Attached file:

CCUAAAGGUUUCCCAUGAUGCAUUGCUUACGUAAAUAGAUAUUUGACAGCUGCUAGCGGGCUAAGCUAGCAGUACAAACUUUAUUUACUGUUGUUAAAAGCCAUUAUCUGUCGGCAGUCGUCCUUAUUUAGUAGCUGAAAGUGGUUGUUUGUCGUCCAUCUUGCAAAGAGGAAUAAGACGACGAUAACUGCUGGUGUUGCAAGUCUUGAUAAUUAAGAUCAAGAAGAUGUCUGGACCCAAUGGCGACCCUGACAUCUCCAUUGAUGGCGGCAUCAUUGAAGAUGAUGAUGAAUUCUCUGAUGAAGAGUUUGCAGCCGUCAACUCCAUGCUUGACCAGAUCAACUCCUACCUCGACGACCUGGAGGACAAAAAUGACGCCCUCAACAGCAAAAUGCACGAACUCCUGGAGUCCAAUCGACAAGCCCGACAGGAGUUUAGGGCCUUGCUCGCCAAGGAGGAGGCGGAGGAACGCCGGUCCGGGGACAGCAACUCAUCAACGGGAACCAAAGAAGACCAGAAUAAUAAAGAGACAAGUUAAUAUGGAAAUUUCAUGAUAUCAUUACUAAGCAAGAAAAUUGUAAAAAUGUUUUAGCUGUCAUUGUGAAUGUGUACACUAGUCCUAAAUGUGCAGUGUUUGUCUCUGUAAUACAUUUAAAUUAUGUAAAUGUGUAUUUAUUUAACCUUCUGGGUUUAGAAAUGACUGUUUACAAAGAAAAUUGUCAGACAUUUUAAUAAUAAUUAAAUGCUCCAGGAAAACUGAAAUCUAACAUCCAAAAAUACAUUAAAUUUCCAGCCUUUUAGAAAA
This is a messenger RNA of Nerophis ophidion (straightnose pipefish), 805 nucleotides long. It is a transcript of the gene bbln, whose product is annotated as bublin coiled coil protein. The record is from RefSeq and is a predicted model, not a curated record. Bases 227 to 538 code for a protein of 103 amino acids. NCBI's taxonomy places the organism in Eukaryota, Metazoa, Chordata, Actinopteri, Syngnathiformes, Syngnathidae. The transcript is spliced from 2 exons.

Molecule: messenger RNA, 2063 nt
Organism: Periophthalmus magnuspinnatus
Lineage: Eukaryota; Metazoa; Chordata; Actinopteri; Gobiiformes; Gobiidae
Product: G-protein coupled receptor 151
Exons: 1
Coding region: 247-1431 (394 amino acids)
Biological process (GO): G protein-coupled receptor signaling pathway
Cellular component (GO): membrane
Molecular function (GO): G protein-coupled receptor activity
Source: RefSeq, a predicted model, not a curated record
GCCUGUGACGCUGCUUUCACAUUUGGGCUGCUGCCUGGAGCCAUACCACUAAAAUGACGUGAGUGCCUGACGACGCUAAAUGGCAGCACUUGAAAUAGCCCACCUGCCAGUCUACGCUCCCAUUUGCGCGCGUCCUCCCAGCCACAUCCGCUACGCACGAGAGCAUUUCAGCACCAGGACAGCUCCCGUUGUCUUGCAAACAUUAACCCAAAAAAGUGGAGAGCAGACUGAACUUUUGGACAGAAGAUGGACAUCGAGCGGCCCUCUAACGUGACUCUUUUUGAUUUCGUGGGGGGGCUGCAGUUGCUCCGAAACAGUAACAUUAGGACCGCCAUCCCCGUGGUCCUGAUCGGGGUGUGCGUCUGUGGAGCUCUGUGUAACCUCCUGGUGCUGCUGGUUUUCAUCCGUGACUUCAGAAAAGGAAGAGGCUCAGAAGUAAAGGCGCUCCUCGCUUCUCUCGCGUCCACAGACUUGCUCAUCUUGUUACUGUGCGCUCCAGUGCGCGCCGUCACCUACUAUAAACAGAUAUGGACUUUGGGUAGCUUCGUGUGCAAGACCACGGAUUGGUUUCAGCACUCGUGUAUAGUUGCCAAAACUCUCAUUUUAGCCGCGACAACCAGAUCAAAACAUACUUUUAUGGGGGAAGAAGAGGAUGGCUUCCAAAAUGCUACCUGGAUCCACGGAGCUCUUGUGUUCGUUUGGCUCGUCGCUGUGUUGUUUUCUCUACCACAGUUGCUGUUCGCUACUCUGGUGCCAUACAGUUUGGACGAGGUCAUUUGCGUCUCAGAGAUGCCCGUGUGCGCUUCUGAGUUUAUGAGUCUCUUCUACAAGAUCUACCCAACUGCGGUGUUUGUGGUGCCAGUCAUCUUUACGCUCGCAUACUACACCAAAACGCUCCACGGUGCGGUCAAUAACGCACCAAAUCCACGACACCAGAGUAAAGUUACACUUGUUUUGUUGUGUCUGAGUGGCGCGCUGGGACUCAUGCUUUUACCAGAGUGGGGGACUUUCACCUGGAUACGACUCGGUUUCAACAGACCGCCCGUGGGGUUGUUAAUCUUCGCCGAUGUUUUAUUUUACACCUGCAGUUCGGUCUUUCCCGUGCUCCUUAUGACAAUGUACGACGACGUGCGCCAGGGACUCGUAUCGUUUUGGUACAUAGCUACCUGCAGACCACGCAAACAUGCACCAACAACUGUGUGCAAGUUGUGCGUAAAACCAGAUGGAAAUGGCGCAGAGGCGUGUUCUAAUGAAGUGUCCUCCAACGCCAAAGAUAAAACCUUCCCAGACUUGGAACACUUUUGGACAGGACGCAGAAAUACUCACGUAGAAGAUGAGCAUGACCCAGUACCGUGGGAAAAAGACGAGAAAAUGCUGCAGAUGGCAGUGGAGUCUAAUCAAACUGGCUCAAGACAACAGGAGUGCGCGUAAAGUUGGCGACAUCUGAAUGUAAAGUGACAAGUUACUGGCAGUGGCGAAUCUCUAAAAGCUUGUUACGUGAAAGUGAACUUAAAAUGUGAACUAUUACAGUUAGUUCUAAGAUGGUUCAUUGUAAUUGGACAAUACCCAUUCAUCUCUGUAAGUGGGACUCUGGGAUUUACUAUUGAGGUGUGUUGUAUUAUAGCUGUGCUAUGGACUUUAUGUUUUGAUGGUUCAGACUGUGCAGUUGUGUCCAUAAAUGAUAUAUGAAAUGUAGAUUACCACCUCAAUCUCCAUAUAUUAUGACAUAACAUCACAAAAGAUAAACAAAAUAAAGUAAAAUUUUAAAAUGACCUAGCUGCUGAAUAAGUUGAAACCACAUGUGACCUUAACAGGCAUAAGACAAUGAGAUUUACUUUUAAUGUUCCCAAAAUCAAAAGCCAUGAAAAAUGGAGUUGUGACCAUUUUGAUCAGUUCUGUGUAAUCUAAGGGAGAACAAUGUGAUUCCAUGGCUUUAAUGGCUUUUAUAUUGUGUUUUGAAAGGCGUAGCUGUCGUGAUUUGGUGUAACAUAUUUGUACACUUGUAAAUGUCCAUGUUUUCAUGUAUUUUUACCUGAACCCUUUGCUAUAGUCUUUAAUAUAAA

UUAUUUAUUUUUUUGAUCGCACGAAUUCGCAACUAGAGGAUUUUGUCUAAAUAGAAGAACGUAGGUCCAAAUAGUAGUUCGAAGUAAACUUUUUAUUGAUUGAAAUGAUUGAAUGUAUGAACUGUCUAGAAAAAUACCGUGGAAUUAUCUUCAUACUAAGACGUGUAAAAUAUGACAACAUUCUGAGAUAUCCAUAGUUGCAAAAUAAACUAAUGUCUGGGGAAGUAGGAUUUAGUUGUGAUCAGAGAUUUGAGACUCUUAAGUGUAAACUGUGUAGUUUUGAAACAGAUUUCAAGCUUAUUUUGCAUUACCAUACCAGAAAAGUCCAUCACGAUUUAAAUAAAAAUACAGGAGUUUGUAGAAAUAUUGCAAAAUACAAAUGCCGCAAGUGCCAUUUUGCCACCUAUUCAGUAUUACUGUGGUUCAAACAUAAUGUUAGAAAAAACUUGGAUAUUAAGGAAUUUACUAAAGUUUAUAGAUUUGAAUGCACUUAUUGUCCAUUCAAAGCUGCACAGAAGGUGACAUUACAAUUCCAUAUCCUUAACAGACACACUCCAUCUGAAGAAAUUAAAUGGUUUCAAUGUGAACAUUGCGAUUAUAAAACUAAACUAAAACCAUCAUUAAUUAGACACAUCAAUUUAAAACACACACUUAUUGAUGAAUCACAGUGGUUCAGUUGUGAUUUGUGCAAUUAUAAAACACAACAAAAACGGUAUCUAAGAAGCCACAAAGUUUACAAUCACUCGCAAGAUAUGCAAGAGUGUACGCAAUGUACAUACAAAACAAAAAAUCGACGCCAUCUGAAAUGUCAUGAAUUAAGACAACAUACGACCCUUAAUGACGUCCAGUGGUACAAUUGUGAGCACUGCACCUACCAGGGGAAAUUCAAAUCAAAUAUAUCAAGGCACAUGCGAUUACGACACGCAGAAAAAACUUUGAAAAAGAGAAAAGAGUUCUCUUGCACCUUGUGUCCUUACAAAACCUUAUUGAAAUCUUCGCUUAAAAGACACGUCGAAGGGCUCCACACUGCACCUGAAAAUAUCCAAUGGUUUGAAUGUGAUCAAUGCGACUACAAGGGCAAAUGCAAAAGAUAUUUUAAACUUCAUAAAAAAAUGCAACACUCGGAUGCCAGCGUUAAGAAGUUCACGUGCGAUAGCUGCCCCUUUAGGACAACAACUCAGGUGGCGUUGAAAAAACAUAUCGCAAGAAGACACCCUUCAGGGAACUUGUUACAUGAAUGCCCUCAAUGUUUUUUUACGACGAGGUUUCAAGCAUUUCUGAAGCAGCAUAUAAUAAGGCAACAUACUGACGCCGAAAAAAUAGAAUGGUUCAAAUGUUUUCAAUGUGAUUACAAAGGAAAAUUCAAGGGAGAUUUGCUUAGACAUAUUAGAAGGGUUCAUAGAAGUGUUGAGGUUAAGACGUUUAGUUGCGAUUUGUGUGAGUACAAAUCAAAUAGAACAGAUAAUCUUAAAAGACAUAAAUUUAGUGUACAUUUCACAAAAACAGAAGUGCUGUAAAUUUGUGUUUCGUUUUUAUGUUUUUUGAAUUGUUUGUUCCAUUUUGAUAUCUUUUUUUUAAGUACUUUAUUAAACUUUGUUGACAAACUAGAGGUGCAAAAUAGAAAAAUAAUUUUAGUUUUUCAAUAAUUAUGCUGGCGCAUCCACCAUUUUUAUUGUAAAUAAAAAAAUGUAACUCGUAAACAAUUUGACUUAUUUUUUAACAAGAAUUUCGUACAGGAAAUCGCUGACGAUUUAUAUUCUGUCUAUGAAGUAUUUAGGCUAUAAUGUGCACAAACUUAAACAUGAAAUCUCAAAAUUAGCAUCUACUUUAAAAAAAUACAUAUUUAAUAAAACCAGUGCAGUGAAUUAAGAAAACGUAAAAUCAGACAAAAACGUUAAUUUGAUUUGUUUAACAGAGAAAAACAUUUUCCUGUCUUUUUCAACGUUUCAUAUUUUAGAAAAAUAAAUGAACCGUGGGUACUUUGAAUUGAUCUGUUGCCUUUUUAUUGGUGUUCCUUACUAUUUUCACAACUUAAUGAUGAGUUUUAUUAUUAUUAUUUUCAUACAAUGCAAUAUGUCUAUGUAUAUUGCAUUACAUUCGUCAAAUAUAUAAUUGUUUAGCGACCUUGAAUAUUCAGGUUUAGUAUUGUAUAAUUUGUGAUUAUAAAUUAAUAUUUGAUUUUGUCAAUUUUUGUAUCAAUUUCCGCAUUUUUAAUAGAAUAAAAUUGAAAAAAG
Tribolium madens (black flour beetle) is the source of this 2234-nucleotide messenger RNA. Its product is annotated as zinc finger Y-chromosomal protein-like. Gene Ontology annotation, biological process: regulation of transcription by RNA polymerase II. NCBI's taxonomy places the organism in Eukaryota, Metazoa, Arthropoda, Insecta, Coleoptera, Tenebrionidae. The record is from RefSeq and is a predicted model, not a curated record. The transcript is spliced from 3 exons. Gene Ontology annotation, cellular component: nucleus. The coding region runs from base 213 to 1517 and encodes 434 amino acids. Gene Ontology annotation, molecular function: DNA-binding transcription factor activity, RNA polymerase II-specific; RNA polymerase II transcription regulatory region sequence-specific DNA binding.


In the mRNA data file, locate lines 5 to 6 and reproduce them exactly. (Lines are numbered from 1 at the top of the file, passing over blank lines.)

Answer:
Lineage: Eukaryota; Metazoa; Chordata; Actinopteri; Gobiiformes; Gobiidae
Product: G-protein coupled receptor 151